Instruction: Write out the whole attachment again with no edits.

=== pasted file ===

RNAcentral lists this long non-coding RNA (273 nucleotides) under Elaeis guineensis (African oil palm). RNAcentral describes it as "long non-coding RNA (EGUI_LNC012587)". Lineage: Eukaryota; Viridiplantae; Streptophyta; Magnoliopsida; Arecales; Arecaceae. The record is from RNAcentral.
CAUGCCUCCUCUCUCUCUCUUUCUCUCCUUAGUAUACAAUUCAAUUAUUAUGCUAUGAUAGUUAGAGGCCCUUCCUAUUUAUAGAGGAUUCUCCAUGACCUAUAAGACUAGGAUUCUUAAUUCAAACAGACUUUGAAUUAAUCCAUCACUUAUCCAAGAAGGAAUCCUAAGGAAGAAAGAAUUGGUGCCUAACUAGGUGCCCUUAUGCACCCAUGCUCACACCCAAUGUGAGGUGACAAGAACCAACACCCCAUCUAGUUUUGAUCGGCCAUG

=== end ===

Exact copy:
RNAcentral lists this long non-coding RNA (273 nucleotides) under Elaeis guineensis (African oil palm). RNAcentral describes it as "long non-coding RNA (EGUI_LNC012587)". Lineage: Eukaryota; Viridiplantae; Streptophyta; Magnoliopsida; Arecales; Arecaceae. The record is from RNAcentral.
CAUGCCUCCUCUCUCUCUCUUUCUCUCCUUAGUAUACAAUUCAAUUAUUAUGCUAUGAUAGUUAGAGGCCCUUCCUAUUUAUAGAGGAUUCUCCAUGACCUAUAAGACUAGGAUUCUUAAUUCAAACAGACUUUGAAUUAAUCCAUCACUUAUCCAAGAAGGAAUCCUAAGGAAGAAAGAAUUGGUGCCUAACUAGGUGCCCUUAUGCACCCAUGCUCACACCCAAUGUGAGGUGACAAGAACCAACACCCCAUCUAGUUUUGAUCGGCCAUG